Updates from February, 2017 Toggle Comment Threads | Keyboard Shortcuts

  • Doug Belshaw 7:22 am on February 25, 2017 Permalink | Reply
    Tags: culture change, , organisationa   

    Cultural change within large organisations is hard 

    CC0 Andrew Branch

    Dan Hon is back! He restarted his rambling (but super-smart) daily newsletter again this week, after some mental health issues which he’s always very upfront about.

    He’s been helping set up the Child Welfare Digital Service in California. It’s a tough project, but one that has the opportunity to have a huge positive impact on thousands of vulnerable children.

    Dan writes, however, that cultural change is hard because you’re having to criticise the current environment:

    It doesn’t matter whether the environment was willed into being in a singular act or whether it accreted over time (say, thirty years worth of reactive policy and practices building up like some sort of regulatory ring of limescale scum in a student house bathtub), all that matters is that it’s there.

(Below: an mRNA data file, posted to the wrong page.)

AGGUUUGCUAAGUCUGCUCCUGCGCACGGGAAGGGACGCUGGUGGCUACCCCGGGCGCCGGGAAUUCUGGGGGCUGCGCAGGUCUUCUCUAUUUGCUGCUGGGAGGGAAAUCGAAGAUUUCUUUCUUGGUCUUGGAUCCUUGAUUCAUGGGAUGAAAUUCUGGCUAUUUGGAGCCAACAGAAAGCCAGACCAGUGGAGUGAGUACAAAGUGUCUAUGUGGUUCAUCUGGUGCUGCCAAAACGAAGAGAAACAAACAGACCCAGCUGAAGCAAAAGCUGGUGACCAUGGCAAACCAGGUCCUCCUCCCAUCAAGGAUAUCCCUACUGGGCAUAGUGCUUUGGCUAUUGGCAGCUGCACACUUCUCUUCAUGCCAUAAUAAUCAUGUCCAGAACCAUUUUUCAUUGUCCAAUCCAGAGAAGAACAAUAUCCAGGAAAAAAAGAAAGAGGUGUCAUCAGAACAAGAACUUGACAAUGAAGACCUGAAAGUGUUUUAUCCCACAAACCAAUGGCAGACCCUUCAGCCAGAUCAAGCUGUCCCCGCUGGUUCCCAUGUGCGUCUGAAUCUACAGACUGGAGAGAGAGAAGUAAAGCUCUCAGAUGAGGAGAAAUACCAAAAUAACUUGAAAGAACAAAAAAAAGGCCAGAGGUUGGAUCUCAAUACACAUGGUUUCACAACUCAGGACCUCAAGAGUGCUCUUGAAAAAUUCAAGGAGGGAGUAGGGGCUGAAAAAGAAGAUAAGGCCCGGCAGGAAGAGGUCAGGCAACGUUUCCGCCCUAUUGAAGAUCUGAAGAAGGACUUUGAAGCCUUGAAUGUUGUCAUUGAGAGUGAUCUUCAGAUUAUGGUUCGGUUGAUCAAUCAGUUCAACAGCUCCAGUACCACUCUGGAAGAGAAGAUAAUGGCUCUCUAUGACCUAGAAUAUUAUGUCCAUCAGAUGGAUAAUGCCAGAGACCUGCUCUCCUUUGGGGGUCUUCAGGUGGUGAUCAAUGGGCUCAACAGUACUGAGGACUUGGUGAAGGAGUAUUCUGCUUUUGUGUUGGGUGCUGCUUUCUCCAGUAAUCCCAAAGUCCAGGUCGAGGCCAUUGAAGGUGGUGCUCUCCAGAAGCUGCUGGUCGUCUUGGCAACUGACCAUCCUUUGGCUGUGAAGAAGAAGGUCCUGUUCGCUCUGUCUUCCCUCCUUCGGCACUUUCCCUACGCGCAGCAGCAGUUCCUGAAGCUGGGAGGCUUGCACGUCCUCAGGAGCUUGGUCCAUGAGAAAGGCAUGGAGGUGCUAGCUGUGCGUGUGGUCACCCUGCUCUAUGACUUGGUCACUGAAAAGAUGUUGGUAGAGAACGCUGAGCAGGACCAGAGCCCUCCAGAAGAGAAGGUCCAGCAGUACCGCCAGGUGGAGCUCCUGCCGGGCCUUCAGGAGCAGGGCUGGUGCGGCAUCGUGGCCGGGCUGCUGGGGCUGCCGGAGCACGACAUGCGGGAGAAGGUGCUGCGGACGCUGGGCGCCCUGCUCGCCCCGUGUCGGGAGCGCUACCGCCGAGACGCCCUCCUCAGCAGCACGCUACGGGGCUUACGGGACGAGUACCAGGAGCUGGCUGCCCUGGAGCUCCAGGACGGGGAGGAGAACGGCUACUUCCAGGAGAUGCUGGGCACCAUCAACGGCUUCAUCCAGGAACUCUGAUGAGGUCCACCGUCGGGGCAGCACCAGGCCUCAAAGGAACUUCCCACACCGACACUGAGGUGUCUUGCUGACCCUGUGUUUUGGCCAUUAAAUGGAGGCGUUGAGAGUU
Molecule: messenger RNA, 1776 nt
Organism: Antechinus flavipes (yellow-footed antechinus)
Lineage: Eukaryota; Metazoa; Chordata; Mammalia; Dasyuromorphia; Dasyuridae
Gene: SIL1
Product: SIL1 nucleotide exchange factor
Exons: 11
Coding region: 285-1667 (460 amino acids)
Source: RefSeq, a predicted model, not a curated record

That environment, though, effectively implicates everyone who has a stake in that environment.

    And there it is. So, you’d think, perhaps it’s better to create an ‘innovation unit’?

    Put it this way: you land on a planet that has hardly any free energy so the only type of life that can survive there is slow and large. The approach that I’m using right now is essentially nuking it so that quick, fast life can thrive, but it’s a bit of a blunt instrument because you end up nuking the entire planet. Where a planet is a department or an agency, of course. 

    There is no “lab” here. And the struggle I’m dealing with is: how well do you want to solve this problem? Do you want to solve it properly, for ever? Does that inevitably, inexorably mean changing the entire organizational structure, and is the best way to do that top-down? Or, can you do it bottom-up? Can you start a couple cells and have them do a sort of reverse-takeover?